A postcard from - Miami Open 2021

The travelling ATP circus lands in Miami

Welcome to Miami—a must-do stop on every player’s itinerary. The sun is shining, the smell of Cuban coffee wafts through the streets, your body wants to move to the entrancing rhythms of Salsa, and a cool 1000 ATP points await at the end of the fortnight.

This year, courtesy of the pandemic, the Sunshine Double becomes a lonely Sunshine Single. With Indian Wells cancelled for the second year in a row, Miami stands alone as the only tournament of the early American swing. It also marks a break in the hard court season until we come back in the second part of the year—after Miami Open is over, we are jetting off to Europe for the clay and grass court seasons.

But for now…

Party in the city where the heat is on
All night, on the beach till the break of dawn
Bienvenidos a Miami!

The elephants’ absence from the room

Before the tournament had the chance to even begin, the biggest story was a string of big-name withdrawals that left the ATP side of Miami Open at risk of looking like a Sunday afternoon hit at my local club.

Luckily, it was anything but. Despite the absence of some of the biggest names in men’s tennis, the quality on display was definitely not lacking, and it gave us the rare opportunity to glimpse what the Tour may look like in the difficult-to-imagine post-Big 3 era.

Roger Federer, Rafael Nadal, Novak Djokovic, Stan Wawrinka, Andy Murray and Dominic Thiem are just a few of the names on a long list of players missing from this year’s line up.

The Miami hot pot lacked the main ingredients, but—filled with the Next Gen talents of Daniil Medvedev, Andrey Rublev, and Stefanos Tsitsipas, the Next Next Gen hotshots featuring Emil Ruusuvuori, Sebastian Korda, Carlos Alcaraz and Jannik Sinner, and the Almost Next Gen as embodied by Reilly Opelka, Alexander Bublik and Christian Garin—it was still overflowing with flavour.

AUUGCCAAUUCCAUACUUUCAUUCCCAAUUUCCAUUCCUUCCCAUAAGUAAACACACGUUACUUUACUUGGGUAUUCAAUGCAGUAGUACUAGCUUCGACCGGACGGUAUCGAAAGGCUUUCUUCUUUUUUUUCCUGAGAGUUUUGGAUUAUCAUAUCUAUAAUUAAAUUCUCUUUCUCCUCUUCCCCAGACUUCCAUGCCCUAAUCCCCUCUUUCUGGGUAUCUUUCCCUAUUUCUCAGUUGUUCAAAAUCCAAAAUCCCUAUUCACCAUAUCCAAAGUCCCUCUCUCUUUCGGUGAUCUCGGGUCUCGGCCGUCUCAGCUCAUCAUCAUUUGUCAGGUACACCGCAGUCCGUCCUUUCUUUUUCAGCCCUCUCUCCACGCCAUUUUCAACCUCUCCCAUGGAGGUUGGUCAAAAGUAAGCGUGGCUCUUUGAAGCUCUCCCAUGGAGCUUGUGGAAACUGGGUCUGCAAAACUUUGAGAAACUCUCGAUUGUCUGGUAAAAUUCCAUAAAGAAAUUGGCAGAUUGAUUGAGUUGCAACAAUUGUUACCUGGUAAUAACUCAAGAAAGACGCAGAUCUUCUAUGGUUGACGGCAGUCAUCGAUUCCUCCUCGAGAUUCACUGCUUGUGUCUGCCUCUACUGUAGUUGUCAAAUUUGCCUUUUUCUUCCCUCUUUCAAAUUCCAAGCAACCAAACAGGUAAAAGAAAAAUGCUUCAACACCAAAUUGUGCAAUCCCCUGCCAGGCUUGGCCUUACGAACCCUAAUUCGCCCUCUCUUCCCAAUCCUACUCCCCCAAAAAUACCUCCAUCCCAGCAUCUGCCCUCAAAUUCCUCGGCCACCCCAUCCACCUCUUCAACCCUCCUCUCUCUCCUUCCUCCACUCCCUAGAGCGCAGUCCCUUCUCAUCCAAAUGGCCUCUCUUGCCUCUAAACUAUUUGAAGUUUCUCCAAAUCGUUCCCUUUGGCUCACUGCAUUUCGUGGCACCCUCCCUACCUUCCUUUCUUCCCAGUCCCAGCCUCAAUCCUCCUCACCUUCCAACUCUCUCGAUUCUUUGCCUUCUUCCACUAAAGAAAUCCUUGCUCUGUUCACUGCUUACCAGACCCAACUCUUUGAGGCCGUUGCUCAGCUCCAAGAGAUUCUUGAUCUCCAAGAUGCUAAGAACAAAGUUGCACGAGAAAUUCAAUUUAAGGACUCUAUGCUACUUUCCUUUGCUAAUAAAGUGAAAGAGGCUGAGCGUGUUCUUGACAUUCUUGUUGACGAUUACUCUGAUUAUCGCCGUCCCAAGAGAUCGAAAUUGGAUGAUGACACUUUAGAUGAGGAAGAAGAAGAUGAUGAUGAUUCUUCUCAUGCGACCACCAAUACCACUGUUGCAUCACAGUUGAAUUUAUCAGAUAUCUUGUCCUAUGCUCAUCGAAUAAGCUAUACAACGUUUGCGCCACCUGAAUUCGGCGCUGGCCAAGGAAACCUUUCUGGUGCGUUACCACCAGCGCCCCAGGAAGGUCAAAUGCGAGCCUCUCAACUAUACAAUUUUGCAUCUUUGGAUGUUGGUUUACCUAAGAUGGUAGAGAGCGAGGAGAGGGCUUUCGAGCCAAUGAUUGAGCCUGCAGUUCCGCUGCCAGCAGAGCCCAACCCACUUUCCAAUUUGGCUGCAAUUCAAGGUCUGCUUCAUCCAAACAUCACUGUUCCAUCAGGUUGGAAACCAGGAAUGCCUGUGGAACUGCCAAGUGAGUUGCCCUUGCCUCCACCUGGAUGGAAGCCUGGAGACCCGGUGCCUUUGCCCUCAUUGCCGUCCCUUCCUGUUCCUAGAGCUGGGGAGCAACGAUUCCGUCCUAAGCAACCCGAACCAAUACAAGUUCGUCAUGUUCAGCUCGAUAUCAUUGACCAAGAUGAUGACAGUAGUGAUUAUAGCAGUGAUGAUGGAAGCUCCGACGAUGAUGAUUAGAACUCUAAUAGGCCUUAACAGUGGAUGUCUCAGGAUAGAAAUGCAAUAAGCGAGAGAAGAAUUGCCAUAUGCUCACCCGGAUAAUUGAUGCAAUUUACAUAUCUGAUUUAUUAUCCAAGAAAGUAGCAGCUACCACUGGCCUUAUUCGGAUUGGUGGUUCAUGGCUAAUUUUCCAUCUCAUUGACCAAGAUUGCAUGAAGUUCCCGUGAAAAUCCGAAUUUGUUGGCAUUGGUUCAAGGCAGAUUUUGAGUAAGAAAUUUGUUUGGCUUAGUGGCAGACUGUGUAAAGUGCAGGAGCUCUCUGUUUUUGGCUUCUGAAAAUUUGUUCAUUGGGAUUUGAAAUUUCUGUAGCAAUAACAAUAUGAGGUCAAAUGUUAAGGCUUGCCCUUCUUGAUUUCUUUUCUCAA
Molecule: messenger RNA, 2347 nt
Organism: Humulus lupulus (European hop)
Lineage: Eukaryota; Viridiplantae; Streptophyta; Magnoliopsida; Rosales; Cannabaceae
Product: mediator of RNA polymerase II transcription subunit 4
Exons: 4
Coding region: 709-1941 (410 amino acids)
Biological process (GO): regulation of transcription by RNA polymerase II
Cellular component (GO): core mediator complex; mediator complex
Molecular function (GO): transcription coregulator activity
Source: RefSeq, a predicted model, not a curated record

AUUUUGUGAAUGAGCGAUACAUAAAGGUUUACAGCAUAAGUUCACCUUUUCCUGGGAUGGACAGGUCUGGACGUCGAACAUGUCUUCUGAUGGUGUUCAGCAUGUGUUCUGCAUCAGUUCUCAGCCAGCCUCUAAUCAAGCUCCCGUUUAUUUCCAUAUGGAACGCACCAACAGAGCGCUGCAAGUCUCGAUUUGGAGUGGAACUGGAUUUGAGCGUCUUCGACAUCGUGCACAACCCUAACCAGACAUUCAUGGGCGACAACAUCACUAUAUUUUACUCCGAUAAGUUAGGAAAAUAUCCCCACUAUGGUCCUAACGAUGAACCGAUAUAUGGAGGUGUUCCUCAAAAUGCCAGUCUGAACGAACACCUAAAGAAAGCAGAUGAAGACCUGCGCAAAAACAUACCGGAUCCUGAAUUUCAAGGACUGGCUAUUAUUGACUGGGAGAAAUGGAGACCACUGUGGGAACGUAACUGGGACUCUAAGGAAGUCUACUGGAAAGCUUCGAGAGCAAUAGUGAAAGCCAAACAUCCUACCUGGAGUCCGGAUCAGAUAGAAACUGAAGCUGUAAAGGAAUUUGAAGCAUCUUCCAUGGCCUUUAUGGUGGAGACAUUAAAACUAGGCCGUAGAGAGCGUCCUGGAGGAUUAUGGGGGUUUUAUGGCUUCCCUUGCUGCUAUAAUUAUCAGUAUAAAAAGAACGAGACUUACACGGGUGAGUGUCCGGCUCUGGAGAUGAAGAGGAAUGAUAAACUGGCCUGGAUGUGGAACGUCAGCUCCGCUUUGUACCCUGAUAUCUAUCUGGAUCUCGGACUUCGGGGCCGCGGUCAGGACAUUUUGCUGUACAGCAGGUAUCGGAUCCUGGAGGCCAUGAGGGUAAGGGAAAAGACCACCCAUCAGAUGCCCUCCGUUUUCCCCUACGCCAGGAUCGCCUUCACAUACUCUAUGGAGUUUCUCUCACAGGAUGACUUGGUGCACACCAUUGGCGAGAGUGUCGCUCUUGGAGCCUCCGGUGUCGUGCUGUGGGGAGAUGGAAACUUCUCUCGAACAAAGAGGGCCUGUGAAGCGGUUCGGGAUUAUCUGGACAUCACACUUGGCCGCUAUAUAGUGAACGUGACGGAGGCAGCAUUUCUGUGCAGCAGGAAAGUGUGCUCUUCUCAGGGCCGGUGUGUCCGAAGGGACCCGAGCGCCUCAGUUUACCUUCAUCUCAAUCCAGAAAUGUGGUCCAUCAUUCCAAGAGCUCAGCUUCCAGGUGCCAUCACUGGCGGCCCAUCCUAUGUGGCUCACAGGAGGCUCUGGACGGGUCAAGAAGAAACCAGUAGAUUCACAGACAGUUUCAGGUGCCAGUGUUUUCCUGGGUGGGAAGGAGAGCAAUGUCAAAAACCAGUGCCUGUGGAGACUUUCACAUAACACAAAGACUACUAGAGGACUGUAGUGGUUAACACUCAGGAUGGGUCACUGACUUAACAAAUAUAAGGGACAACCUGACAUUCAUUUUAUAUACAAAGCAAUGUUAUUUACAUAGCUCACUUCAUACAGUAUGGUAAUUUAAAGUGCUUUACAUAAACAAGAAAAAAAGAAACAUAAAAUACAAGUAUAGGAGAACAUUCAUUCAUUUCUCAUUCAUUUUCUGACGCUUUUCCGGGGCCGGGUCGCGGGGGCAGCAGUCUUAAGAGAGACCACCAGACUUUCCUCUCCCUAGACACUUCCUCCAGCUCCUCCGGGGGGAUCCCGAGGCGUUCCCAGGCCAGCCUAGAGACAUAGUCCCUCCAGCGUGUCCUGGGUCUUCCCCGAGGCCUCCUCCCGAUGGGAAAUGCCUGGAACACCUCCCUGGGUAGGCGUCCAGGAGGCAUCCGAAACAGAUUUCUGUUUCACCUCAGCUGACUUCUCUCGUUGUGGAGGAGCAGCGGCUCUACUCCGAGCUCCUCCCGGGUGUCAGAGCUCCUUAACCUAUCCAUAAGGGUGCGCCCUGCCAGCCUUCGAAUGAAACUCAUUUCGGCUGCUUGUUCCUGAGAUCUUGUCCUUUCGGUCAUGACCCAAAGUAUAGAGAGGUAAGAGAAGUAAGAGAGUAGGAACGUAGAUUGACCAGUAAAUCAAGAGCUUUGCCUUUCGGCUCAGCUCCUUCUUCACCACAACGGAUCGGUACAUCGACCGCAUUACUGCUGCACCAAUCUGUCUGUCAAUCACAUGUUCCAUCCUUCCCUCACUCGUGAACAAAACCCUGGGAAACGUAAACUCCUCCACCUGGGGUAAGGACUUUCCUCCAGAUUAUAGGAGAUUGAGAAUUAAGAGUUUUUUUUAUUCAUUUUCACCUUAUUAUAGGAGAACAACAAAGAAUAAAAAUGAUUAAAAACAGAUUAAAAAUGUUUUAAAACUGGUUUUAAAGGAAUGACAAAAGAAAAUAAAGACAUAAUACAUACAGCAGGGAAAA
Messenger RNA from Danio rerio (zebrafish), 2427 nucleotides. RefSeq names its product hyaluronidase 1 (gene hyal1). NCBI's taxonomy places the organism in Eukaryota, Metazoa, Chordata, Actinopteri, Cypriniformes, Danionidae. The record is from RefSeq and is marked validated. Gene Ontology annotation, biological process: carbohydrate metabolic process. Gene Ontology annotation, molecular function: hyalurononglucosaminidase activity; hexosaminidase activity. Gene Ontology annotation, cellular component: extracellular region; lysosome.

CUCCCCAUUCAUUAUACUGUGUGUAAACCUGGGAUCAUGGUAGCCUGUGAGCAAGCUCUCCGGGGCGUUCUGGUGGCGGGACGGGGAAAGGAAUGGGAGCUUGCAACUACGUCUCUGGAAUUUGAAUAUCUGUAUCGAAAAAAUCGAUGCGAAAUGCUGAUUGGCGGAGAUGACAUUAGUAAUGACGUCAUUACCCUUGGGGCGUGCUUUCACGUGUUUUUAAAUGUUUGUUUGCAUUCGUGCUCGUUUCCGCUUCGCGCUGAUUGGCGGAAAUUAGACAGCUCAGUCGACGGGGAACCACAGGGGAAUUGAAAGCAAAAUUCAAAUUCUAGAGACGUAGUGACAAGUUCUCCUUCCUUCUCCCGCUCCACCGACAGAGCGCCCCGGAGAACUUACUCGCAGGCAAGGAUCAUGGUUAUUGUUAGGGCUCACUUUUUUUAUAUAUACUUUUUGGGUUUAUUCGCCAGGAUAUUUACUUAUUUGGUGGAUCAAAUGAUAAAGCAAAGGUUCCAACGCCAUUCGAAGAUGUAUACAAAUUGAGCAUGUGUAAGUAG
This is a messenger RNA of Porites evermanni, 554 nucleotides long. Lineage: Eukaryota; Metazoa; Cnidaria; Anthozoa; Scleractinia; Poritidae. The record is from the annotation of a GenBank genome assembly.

No good deed goes unpunished

When ATP ranking points were frozen at the beginning of the pandemic, the idea was unanimously lauded. It afforded the players the flexibility of choosing which event to take part in without the pressure of having to defend their points.

However, once the Tour resumed, and as players started competing in more tournaments, it became evident how difficult it is going to be to dislodge some of the Tour’s long-timers who had amassed a considerable number of points in the year prior to the pandemic.

Playing the ATP500 Acapulco event, Alexander Zverev took a moment to voice his displeasure under the hot Mexican sun.

I am the biggest Roger Federer fan, but he has not played for a year and he is higher ranked than me. I played a Grand Slam final, a Masters 1000 final. The system is just a disaster.

Zverev’s comrade, Andrey Rublev, asked what he thinks about Sascha’s comments, offered a philosophical answer.

“If we would have the normal system, I would be, like, number four in the world, I think. So what do you think is better for me: to be number eight or number four?

In the end, Sascha’s rage against the machine resounded in action—having won the Acapulco tournament, Roger’s biggest fan moves up by one spot in the official rankings to number 6, overtaking his idol.


Standing (a bit less) tall

John Isner, the third tallest tennis player in the world, has been taken down a peg—figuratively speaking.

The American’s fourth-round loss to Roberto Bautista Agut means that, having reached the final in the previous edition of the tournament, he loses 300 ranking points and drops 10 spots to number 38.